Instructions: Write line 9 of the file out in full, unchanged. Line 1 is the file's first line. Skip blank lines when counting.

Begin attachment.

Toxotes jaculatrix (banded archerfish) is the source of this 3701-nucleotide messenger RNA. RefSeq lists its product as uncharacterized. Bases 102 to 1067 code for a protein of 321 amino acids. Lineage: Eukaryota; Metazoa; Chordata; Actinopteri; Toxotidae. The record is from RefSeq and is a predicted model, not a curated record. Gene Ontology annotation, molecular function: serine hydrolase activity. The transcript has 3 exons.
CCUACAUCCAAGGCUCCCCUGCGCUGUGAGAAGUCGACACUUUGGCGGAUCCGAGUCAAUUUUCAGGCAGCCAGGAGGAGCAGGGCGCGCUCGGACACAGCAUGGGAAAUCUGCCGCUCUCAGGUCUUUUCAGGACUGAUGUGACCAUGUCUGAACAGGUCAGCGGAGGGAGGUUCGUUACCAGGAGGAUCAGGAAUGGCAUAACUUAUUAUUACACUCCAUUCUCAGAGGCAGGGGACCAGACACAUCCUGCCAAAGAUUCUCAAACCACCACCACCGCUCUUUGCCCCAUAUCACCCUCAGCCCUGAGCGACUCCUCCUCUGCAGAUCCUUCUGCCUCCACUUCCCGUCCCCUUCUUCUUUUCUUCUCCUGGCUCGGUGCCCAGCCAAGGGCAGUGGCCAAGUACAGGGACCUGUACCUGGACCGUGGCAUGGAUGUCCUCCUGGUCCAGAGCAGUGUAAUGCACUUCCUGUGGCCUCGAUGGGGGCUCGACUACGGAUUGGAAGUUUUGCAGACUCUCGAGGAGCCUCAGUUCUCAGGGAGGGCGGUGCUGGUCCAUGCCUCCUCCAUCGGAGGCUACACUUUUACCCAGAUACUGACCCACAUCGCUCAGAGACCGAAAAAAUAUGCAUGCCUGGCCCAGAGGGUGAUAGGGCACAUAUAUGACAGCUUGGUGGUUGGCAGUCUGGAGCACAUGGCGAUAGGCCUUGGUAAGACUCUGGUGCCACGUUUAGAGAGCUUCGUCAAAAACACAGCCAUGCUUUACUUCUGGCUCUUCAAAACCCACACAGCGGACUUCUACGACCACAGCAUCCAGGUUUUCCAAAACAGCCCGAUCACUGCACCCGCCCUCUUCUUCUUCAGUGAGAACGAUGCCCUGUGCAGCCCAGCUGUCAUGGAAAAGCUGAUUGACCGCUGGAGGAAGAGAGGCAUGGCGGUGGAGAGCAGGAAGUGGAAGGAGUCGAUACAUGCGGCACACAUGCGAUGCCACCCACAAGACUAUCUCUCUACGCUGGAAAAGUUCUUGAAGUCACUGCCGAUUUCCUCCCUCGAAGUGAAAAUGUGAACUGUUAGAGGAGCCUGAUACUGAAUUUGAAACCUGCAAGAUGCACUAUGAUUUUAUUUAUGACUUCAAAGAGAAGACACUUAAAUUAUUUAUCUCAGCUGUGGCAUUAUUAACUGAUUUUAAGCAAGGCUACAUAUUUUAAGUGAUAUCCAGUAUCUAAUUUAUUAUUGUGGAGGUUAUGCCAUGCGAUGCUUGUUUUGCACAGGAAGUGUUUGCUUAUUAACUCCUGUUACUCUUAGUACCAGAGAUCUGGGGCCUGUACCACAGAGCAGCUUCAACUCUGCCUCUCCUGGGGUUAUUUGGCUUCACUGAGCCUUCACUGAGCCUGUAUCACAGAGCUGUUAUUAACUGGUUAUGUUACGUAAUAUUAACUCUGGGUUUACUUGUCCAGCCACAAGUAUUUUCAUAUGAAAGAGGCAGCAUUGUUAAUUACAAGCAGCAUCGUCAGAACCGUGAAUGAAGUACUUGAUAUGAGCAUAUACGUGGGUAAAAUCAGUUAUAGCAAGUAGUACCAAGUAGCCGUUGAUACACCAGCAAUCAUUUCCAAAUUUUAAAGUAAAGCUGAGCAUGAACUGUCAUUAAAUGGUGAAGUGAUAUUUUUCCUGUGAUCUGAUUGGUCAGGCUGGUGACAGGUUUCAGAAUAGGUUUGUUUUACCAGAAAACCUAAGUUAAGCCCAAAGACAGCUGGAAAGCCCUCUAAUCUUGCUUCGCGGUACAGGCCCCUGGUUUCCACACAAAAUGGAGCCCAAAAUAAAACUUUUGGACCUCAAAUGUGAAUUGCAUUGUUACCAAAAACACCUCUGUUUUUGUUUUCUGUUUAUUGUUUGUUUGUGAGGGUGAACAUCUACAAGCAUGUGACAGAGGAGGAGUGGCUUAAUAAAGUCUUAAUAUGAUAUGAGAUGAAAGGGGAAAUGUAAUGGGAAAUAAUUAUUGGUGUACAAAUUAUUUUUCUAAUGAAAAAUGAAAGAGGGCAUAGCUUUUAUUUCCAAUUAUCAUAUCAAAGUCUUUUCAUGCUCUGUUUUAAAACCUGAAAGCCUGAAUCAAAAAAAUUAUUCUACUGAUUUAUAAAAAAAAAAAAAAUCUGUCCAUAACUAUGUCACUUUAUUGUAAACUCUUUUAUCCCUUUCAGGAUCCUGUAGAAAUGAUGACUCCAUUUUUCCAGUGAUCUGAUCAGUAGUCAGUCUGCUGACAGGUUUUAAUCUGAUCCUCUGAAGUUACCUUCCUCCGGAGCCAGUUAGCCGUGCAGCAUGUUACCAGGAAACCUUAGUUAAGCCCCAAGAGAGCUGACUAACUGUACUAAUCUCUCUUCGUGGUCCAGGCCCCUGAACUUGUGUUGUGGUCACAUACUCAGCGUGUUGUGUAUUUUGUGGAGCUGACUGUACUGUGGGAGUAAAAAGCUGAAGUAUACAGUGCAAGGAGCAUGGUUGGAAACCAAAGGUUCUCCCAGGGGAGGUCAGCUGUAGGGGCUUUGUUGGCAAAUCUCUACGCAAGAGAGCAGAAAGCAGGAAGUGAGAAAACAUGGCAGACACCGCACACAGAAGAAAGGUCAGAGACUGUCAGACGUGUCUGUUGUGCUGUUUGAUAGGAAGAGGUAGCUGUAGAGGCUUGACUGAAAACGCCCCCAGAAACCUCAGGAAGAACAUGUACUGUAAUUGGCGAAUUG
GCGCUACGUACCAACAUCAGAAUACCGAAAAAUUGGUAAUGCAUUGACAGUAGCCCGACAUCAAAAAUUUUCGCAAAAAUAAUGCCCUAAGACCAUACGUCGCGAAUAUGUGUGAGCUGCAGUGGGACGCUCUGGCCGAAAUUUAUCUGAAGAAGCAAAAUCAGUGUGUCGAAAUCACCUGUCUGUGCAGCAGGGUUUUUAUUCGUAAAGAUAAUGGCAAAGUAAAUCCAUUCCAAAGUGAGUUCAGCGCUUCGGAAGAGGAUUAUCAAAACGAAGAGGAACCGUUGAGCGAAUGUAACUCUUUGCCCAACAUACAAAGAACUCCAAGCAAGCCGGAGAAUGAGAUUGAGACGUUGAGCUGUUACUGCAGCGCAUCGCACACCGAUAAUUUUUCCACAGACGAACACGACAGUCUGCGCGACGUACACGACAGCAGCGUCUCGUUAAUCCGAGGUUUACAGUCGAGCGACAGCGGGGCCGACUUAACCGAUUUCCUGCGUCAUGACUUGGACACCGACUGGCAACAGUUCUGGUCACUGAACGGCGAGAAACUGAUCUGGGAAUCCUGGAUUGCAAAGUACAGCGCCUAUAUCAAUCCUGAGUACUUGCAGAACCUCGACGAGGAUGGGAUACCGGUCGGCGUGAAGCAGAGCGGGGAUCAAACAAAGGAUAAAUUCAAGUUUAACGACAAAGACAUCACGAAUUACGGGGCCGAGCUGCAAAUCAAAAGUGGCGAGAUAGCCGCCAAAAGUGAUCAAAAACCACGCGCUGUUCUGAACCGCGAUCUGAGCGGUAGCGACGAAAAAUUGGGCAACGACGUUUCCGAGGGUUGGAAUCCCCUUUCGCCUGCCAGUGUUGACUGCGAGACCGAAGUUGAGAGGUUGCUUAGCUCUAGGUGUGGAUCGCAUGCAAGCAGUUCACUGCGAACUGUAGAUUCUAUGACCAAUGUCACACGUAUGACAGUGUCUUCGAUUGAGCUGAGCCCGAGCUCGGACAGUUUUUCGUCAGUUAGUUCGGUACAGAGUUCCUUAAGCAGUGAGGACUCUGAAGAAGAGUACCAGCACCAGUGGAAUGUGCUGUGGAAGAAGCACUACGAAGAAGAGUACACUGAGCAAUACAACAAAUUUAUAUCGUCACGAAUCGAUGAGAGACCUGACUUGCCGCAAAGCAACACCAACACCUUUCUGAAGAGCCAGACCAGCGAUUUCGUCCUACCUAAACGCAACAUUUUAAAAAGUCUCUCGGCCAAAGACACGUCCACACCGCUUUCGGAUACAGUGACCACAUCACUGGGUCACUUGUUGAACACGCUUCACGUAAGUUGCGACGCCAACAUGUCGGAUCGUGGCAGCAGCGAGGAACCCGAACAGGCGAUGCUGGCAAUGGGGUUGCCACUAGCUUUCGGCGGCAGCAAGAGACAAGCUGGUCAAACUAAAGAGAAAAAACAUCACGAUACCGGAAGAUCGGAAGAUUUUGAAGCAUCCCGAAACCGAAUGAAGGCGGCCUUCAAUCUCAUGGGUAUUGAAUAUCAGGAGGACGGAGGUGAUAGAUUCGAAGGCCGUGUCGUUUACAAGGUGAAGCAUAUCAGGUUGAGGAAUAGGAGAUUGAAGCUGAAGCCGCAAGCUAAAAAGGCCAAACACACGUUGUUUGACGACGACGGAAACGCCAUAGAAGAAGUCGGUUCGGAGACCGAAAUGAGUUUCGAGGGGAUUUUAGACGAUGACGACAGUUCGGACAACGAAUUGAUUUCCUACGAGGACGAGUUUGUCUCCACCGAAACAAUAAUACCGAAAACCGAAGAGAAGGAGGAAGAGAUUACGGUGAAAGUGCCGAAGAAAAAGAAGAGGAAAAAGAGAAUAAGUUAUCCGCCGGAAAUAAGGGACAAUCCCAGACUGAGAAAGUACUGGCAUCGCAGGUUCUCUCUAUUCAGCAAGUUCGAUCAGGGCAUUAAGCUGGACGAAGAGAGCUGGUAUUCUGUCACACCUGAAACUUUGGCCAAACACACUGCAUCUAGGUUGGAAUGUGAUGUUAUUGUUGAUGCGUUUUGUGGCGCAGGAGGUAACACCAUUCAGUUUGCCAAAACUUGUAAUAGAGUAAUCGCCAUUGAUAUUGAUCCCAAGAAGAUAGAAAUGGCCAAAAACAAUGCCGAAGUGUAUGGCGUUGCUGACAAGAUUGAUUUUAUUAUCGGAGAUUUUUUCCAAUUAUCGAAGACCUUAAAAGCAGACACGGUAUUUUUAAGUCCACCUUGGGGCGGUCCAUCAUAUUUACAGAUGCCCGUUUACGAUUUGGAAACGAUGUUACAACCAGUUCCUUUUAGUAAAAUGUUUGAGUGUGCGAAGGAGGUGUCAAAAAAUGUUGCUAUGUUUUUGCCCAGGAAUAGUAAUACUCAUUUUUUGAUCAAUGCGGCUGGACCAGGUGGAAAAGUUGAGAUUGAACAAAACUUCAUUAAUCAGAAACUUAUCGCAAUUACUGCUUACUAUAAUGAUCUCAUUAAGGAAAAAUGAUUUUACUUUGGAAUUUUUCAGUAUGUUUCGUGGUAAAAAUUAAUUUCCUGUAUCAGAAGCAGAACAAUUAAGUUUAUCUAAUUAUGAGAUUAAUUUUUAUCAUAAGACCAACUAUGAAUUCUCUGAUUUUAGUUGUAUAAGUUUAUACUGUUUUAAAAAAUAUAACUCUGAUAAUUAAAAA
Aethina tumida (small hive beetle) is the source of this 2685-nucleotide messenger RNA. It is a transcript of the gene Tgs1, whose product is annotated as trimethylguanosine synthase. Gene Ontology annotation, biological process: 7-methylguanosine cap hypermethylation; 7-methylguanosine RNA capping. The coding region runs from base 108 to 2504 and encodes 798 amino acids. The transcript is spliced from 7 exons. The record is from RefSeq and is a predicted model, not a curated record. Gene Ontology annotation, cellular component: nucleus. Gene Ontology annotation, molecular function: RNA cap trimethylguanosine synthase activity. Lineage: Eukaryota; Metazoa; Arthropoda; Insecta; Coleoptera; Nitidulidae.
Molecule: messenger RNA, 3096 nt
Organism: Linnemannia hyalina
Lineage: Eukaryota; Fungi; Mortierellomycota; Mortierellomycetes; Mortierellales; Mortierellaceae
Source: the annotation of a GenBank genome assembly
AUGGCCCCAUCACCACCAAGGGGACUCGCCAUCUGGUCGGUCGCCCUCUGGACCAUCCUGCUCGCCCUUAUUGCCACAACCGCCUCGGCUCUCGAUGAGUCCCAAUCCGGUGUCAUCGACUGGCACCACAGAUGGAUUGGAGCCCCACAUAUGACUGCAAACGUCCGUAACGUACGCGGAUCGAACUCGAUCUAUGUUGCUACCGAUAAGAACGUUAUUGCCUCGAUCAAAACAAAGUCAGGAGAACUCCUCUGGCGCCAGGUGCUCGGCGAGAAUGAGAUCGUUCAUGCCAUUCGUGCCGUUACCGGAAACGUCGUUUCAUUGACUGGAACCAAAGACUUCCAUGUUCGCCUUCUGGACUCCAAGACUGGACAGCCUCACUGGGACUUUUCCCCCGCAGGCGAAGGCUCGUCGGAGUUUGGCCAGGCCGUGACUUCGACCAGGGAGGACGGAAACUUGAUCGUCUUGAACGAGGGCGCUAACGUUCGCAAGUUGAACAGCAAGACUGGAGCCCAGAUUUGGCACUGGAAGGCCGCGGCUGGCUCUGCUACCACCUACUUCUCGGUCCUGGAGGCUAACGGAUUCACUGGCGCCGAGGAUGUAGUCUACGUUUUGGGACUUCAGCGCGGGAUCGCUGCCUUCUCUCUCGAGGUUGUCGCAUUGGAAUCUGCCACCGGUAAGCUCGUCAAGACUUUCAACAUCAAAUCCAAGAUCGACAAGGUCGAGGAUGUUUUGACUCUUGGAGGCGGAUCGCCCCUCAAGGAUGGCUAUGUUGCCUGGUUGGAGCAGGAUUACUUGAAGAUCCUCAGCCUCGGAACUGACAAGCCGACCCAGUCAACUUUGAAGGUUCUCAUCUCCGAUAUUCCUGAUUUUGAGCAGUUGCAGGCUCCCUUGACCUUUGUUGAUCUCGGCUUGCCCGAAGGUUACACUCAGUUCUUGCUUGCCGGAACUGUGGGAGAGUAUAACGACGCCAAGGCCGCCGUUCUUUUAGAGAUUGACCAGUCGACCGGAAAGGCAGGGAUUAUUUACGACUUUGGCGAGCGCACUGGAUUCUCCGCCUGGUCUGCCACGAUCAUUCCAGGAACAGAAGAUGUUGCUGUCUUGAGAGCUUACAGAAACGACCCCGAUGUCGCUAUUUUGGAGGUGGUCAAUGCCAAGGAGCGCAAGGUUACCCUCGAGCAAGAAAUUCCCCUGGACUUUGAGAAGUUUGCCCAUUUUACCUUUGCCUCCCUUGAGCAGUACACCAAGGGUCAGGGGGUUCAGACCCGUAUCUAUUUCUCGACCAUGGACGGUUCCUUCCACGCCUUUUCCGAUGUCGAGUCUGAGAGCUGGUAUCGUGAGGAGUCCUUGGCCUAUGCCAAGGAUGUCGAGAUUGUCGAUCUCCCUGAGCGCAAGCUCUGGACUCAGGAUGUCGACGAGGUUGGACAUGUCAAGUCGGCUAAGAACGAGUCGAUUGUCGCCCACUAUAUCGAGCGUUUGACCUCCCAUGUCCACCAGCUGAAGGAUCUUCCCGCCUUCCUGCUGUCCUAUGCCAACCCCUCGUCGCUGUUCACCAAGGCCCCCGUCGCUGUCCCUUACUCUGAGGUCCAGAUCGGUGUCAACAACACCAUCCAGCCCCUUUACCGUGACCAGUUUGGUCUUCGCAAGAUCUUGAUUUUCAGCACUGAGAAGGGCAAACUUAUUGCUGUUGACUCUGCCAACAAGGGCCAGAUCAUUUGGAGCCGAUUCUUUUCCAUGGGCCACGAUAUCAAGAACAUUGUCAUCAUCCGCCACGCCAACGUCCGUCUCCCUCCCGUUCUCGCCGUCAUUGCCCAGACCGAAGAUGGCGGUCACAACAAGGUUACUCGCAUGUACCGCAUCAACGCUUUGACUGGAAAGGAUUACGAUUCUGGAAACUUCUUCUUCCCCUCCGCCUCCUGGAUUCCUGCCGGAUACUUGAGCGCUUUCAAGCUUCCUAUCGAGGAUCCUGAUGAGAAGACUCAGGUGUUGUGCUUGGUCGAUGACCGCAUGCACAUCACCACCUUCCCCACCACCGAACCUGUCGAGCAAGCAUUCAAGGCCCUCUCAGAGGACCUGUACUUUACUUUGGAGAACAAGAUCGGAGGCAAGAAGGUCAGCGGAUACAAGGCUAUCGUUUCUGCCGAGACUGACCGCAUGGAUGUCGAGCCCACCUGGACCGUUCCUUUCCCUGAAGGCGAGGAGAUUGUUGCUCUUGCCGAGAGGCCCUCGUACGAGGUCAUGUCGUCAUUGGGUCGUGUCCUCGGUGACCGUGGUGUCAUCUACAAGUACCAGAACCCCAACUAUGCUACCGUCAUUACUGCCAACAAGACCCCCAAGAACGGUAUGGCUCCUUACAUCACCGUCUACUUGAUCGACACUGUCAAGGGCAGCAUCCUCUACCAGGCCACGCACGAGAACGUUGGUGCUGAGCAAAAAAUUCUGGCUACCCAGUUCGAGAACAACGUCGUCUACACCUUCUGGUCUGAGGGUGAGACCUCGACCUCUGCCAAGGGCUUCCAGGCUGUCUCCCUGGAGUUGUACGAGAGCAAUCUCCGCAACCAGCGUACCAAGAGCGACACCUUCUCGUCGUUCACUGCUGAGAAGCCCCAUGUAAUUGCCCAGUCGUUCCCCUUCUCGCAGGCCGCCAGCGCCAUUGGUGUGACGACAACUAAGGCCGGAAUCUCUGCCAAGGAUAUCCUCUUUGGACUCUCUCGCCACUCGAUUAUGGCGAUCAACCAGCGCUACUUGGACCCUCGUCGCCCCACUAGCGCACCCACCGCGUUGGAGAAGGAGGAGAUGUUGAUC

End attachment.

AUGGCCCCAUCACCACCAAGGGGACUCGCCAUCUGGUCGGUCGCCCUCUGGACCAUCCUGCUCGCCCUUAUUGCCACAACCGCCUCGGCUCUCGAUGAGUCCCAAUCCGGUGUCAUCGACUGGCACCACAGAUGGAUUGGAGCCCCACAUAUGACUGCAAACGUCCGUAACGUACGCGGAUCGAACUCGAUCUAUGUUGCUACCGAUAAGAACGUUAUUGCCUCGAUCAAAACAAAGUCAGGAGAACUCCUCUGGCGCCAGGUGCUCGGCGAGAAUGAGAUCGUUCAUGCCAUUCGUGCCGUUACCGGAAACGUCGUUUCAUUGACUGGAACCAAAGACUUCCAUGUUCGCCUUCUGGACUCCAAGACUGGACAGCCUCACUGGGACUUUUCCCCCGCAGGCGAAGGCUCGUCGGAGUUUGGCCAGGCCGUGACUUCGACCAGGGAGGACGGAAACUUGAUCGUCUUGAACGAGGGCGCUAACGUUCGCAAGUUGAACAGCAAGACUGGAGCCCAGAUUUGGCACUGGAAGGCCGCGGCUGGCUCUGCUACCACCUACUUCUCGGUCCUGGAGGCUAACGGAUUCACUGGCGCCGAGGAUGUAGUCUACGUUUUGGGACUUCAGCGCGGGAUCGCUGCCUUCUCUCUCGAGGUUGUCGCAUUGGAAUCUGCCACCGGUAAGCUCGUCAAGACUUUCAACAUCAAAUCCAAGAUCGACAAGGUCGAGGAUGUUUUGACUCUUGGAGGCGGAUCGCCCCUCAAGGAUGGCUAUGUUGCCUGGUUGGAGCAGGAUUACUUGAAGAUCCUCAGCCUCGGAACUGACAAGCCGACCCAGUCAACUUUGAAGGUUCUCAUCUCCGAUAUUCCUGAUUUUGAGCAGUUGCAGGCUCCCUUGACCUUUGUUGAUCUCGGCUUGCCCGAAGGUUACACUCAGUUCUUGCUUGCCGGAACUGUGGGAGAGUAUAACGACGCCAAGGCCGCCGUUCUUUUAGAGAUUGACCAGUCGACCGGAAAGGCAGGGAUUAUUUACGACUUUGGCGAGCGCACUGGAUUCUCCGCCUGGUCUGCCACGAUCAUUCCAGGAACAGAAGAUGUUGCUGUCUUGAGAGCUUACAGAAACGACCCCGAUGUCGCUAUUUUGGAGGUGGUCAAUGCCAAGGAGCGCAAGGUUACCCUCGAGCAAGAAAUUCCCCUGGACUUUGAGAAGUUUGCCCAUUUUACCUUUGCCUCCCUUGAGCAGUACACCAAGGGUCAGGGGGUUCAGACCCGUAUCUAUUUCUCGACCAUGGACGGUUCCUUCCACGCCUUUUCCGAUGUCGAGUCUGAGAGCUGGUAUCGUGAGGAGUCCUUGGCCUAUGCCAAGGAUGUCGAGAUUGUCGAUCUCCCUGAGCGCAAGCUCUGGACUCAGGAUGUCGACGAGGUUGGACAUGUCAAGUCGGCUAAGAACGAGUCGAUUGUCGCCCACUAUAUCGAGCGUUUGACCUCCCAUGUCCACCAGCUGAAGGAUCUUCCCGCCUUCCUGCUGUCCUAUGCCAACCCCUCGUCGCUGUUCACCAAGGCCCCCGUCGCUGUCCCUUACUCUGAGGUCCAGAUCGGUGUCAACAACACCAUCCAGCCCCUUUACCGUGACCAGUUUGGUCUUCGCAAGAUCUUGAUUUUCAGCACUGAGAAGGGCAAACUUAUUGCUGUUGACUCUGCCAACAAGGGCCAGAUCAUUUGGAGCCGAUUCUUUUCCAUGGGCCACGAUAUCAAGAACAUUGUCAUCAUCCGCCACGCCAACGUCCGUCUCCCUCCCGUUCUCGCCGUCAUUGCCCAGACCGAAGAUGGCGGUCACAACAAGGUUACUCGCAUGUACCGCAUCAACGCUUUGACUGGAAAGGAUUACGAUUCUGGAAACUUCUUCUUCCCCUCCGCCUCCUGGAUUCCUGCCGGAUACUUGAGCGCUUUCAAGCUUCCUAUCGAGGAUCCUGAUGAGAAGACUCAGGUGUUGUGCUUGGUCGAUGACCGCAUGCACAUCACCACCUUCCCCACCACCGAACCUGUCGAGCAAGCAUUCAAGGCCCUCUCAGAGGACCUGUACUUUACUUUGGAGAACAAGAUCGGAGGCAAGAAGGUCAGCGGAUACAAGGCUAUCGUUUCUGCCGAGACUGACCGCAUGGAUGUCGAGCCCACCUGGACCGUUCCUUUCCCUGAAGGCGAGGAGAUUGUUGCUCUUGCCGAGAGGCCCUCGUACGAGGUCAUGUCGUCAUUGGGUCGUGUCCUCGGUGACCGUGGUGUCAUCUACAAGUACCAGAACCCCAACUAUGCUACCGUCAUUACUGCCAACAAGACCCCCAAGAACGGUAUGGCUCCUUACAUCACCGUCUACUUGAUCGACACUGUCAAGGGCAGCAUCCUCUACCAGGCCACGCACGAGAACGUUGGUGCUGAGCAAAAAAUUCUGGCUACCCAGUUCGAGAACAACGUCGUCUACACCUUCUGGUCUGAGGGUGAGACCUCGACCUCUGCCAAGGGCUUCCAGGCUGUCUCCCUGGAGUUGUACGAGAGCAAUCUCCGCAACCAGCGUACCAAGAGCGACACCUUCUCGUCGUUCACUGCUGAGAAGCCCCAUGUAAUUGCCCAGUCGUUCCCCUUCUCGCAGGCCGCCAGCGCCAUUGGUGUGACGACAACUAAGGCCGGAAUCUCUGCCAAGGAUAUCCUCUUUGGACUCUCUCGCCACUCGAUUAUGGCGAUCAACCAGCGCUACUUGGACCCUCGUCGCCCCACUAGCGCACCCACCGCGUUGGAGAAGGAGGAGAUGUUGAUC